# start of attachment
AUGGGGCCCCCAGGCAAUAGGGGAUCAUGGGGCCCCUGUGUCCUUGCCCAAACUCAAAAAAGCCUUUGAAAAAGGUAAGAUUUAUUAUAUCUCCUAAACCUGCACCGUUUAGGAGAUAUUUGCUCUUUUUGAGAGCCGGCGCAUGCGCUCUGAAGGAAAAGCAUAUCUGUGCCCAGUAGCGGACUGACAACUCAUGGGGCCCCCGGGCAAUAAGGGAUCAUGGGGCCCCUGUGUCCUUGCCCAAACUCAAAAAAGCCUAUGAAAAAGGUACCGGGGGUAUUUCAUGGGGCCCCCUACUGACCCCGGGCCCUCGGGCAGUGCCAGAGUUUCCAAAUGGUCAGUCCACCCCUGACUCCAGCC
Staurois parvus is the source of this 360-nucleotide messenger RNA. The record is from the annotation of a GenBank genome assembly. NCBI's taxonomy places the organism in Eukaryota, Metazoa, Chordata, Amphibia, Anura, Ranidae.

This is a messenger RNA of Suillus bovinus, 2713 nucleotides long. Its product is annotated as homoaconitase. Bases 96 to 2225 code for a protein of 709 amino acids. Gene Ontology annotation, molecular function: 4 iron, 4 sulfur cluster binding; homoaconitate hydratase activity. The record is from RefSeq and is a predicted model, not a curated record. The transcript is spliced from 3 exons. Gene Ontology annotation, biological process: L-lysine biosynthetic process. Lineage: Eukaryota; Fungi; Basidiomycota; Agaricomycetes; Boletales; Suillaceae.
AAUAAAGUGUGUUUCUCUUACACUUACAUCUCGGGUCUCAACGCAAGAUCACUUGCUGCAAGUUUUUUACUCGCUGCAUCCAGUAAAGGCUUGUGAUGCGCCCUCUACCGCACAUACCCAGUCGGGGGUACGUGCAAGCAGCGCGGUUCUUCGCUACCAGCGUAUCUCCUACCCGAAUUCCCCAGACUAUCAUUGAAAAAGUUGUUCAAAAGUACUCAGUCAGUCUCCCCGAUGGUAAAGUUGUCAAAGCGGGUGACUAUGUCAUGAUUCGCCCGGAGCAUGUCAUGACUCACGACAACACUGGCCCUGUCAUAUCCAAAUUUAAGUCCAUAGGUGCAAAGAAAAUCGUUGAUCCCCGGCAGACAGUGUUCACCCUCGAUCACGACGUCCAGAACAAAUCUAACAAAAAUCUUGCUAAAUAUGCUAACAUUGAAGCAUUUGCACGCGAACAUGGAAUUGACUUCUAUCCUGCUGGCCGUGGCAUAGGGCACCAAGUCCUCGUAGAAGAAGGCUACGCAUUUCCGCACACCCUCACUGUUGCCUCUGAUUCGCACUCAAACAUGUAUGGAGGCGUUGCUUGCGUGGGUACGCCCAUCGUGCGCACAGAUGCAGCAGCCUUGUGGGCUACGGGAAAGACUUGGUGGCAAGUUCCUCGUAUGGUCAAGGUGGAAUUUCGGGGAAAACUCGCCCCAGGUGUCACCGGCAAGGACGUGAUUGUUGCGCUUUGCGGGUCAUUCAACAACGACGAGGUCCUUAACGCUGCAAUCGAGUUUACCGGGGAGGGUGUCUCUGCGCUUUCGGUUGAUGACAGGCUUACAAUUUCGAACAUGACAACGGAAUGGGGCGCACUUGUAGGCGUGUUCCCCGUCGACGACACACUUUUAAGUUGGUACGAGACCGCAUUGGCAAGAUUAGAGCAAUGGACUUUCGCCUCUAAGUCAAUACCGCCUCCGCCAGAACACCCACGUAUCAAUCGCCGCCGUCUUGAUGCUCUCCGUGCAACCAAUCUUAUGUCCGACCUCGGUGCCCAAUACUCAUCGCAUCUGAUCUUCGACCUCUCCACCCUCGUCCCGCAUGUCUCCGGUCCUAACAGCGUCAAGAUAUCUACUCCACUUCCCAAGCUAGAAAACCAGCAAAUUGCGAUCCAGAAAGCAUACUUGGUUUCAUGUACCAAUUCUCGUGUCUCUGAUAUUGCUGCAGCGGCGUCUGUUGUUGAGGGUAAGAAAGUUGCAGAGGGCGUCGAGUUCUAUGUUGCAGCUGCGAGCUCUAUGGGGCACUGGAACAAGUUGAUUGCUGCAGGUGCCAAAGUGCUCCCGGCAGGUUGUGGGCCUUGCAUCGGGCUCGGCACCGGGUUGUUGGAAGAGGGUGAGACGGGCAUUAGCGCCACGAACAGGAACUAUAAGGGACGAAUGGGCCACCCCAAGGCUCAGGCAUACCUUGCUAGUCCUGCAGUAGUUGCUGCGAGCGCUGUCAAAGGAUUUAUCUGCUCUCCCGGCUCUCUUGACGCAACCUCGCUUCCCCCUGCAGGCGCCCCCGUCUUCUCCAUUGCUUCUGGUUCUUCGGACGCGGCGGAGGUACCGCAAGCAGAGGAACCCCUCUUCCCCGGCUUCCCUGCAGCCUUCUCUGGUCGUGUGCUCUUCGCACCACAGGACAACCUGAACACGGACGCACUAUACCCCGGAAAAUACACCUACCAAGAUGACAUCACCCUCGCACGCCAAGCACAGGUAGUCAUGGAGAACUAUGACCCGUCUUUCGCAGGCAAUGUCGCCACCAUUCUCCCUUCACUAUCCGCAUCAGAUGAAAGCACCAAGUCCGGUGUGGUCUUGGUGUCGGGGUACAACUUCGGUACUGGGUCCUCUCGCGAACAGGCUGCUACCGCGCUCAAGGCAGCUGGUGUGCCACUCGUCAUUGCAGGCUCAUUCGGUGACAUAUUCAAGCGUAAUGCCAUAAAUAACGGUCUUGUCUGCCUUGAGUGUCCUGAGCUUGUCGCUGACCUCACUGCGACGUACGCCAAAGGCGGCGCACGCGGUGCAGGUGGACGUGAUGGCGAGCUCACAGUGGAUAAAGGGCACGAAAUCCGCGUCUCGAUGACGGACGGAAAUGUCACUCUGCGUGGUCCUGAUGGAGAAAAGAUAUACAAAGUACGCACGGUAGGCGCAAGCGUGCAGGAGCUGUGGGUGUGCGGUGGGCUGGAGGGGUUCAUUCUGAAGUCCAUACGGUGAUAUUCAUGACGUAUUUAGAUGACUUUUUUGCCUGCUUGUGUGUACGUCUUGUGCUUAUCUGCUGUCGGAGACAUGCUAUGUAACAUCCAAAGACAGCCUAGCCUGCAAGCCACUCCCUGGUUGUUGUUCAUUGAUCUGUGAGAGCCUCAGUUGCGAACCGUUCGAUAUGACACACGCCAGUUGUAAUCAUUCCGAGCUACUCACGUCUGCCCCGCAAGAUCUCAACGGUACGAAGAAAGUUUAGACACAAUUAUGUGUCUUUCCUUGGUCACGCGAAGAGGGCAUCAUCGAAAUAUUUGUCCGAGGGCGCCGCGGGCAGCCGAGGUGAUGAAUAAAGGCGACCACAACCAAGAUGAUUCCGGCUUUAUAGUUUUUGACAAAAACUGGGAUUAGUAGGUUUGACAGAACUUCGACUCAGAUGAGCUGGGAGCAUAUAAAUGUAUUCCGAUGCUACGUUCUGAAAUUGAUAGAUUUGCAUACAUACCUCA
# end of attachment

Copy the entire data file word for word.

AUGGGGCCCCCAGGCAAUAGGGGAUCAUGGGGCCCCUGUGUCCUUGCCCAAACUCAAAAAAGCCUUUGAAAAAGGUAAGAUUUAUUAUAUCUCCUAAACCUGCACCGUUUAGGAGAUAUUUGCUCUUUUUGAGAGCCGGCGCAUGCGCUCUGAAGGAAAAGCAUAUCUGUGCCCAGUAGCGGACUGACAACUCAUGGGGCCCCCGGGCAAUAAGGGAUCAUGGGGCCCCUGUGUCCUUGCCCAAACUCAAAAAAGCCUAUGAAAAAGGUACCGGGGGUAUUUCAUGGGGCCCCCUACUGACCCCGGGCCCUCGGGCAGUGCCAGAGUUUCCAAAUGGUCAGUCCACCCCUGACUCCAGCC
Staurois parvus is the source of this 360-nucleotide messenger RNA. The record is from the annotation of a GenBank genome assembly. NCBI's taxonomy places the organism in Eukaryota, Metazoa, Chordata, Amphibia, Anura, Ranidae.

This is a messenger RNA of Suillus bovinus, 2713 nucleotides long. Its product is annotated as homoaconitase. Bases 96 to 2225 code for a protein of 709 amino acids. Gene Ontology annotation, molecular function: 4 iron, 4 sulfur cluster binding; homoaconitate hydratase activity. The record is from RefSeq and is a predicted model, not a curated record. The transcript is spliced from 3 exons. Gene Ontology annotation, biological process: L-lysine biosynthetic process. Lineage: Eukaryota; Fungi; Basidiomycota; Agaricomycetes; Boletales; Suillaceae.
AAUAAAGUGUGUUUCUCUUACACUUACAUCUCGGGUCUCAACGCAAGAUCACUUGCUGCAAGUUUUUUACUCGCUGCAUCCAGUAAAGGCUUGUGAUGCGCCCUCUACCGCACAUACCCAGUCGGGGGUACGUGCAAGCAGCGCGGUUCUUCGCUACCAGCGUAUCUCCUACCCGAAUUCCCCAGACUAUCAUUGAAAAAGUUGUUCAAAAGUACUCAGUCAGUCUCCCCGAUGGUAAAGUUGUCAAAGCGGGUGACUAUGUCAUGAUUCGCCCGGAGCAUGUCAUGACUCACGACAACACUGGCCCUGUCAUAUCCAAAUUUAAGUCCAUAGGUGCAAAGAAAAUCGUUGAUCCCCGGCAGACAGUGUUCACCCUCGAUCACGACGUCCAGAACAAAUCUAACAAAAAUCUUGCUAAAUAUGCUAACAUUGAAGCAUUUGCACGCGAACAUGGAAUUGACUUCUAUCCUGCUGGCCGUGGCAUAGGGCACCAAGUCCUCGUAGAAGAAGGCUACGCAUUUCCGCACACCCUCACUGUUGCCUCUGAUUCGCACUCAAACAUGUAUGGAGGCGUUGCUUGCGUGGGUACGCCCAUCGUGCGCACAGAUGCAGCAGCCUUGUGGGCUACGGGAAAGACUUGGUGGCAAGUUCCUCGUAUGGUCAAGGUGGAAUUUCGGGGAAAACUCGCCCCAGGUGUCACCGGCAAGGACGUGAUUGUUGCGCUUUGCGGGUCAUUCAACAACGACGAGGUCCUUAACGCUGCAAUCGAGUUUACCGGGGAGGGUGUCUCUGCGCUUUCGGUUGAUGACAGGCUUACAAUUUCGAACAUGACAACGGAAUGGGGCGCACUUGUAGGCGUGUUCCCCGUCGACGACACACUUUUAAGUUGGUACGAGACCGCAUUGGCAAGAUUAGAGCAAUGGACUUUCGCCUCUAAGUCAAUACCGCCUCCGCCAGAACACCCACGUAUCAAUCGCCGCCGUCUUGAUGCUCUCCGUGCAACCAAUCUUAUGUCCGACCUCGGUGCCCAAUACUCAUCGCAUCUGAUCUUCGACCUCUCCACCCUCGUCCCGCAUGUCUCCGGUCCUAACAGCGUCAAGAUAUCUACUCCACUUCCCAAGCUAGAAAACCAGCAAAUUGCGAUCCAGAAAGCAUACUUGGUUUCAUGUACCAAUUCUCGUGUCUCUGAUAUUGCUGCAGCGGCGUCUGUUGUUGAGGGUAAGAAAGUUGCAGAGGGCGUCGAGUUCUAUGUUGCAGCUGCGAGCUCUAUGGGGCACUGGAACAAGUUGAUUGCUGCAGGUGCCAAAGUGCUCCCGGCAGGUUGUGGGCCUUGCAUCGGGCUCGGCACCGGGUUGUUGGAAGAGGGUGAGACGGGCAUUAGCGCCACGAACAGGAACUAUAAGGGACGAAUGGGCCACCCCAAGGCUCAGGCAUACCUUGCUAGUCCUGCAGUAGUUGCUGCGAGCGCUGUCAAAGGAUUUAUCUGCUCUCCCGGCUCUCUUGACGCAACCUCGCUUCCCCCUGCAGGCGCCCCCGUCUUCUCCAUUGCUUCUGGUUCUUCGGACGCGGCGGAGGUACCGCAAGCAGAGGAACCCCUCUUCCCCGGCUUCCCUGCAGCCUUCUCUGGUCGUGUGCUCUUCGCACCACAGGACAACCUGAACACGGACGCACUAUACCCCGGAAAAUACACCUACCAAGAUGACAUCACCCUCGCACGCCAAGCACAGGUAGUCAUGGAGAACUAUGACCCGUCUUUCGCAGGCAAUGUCGCCACCAUUCUCCCUUCACUAUCCGCAUCAGAUGAAAGCACCAAGUCCGGUGUGGUCUUGGUGUCGGGGUACAACUUCGGUACUGGGUCCUCUCGCGAACAGGCUGCUACCGCGCUCAAGGCAGCUGGUGUGCCACUCGUCAUUGCAGGCUCAUUCGGUGACAUAUUCAAGCGUAAUGCCAUAAAUAACGGUCUUGUCUGCCUUGAGUGUCCUGAGCUUGUCGCUGACCUCACUGCGACGUACGCCAAAGGCGGCGCACGCGGUGCAGGUGGACGUGAUGGCGAGCUCACAGUGGAUAAAGGGCACGAAAUCCGCGUCUCGAUGACGGACGGAAAUGUCACUCUGCGUGGUCCUGAUGGAGAAAAGAUAUACAAAGUACGCACGGUAGGCGCAAGCGUGCAGGAGCUGUGGGUGUGCGGUGGGCUGGAGGGGUUCAUUCUGAAGUCCAUACGGUGAUAUUCAUGACGUAUUUAGAUGACUUUUUUGCCUGCUUGUGUGUACGUCUUGUGCUUAUCUGCUGUCGGAGACAUGCUAUGUAACAUCCAAAGACAGCCUAGCCUGCAAGCCACUCCCUGGUUGUUGUUCAUUGAUCUGUGAGAGCCUCAGUUGCGAACCGUUCGAUAUGACACACGCCAGUUGUAAUCAUUCCGAGCUACUCACGUCUGCCCCGCAAGAUCUCAACGGUACGAAGAAAGUUUAGACACAAUUAUGUGUCUUUCCUUGGUCACGCGAAGAGGGCAUCAUCGAAAUAUUUGUCCGAGGGCGCCGCGGGCAGCCGAGGUGAUGAAUAAAGGCGACCACAACCAAGAUGAUUCCGGCUUUAUAGUUUUUGACAAAAACUGGGAUUAGUAGGUUUGACAGAACUUCGACUCAGAUGAGCUGGGAGCAUAUAAAUGUAUUCCGAUGCUACGUUCUGAAAUUGAUAGAUUUGCAUACAUACCUCA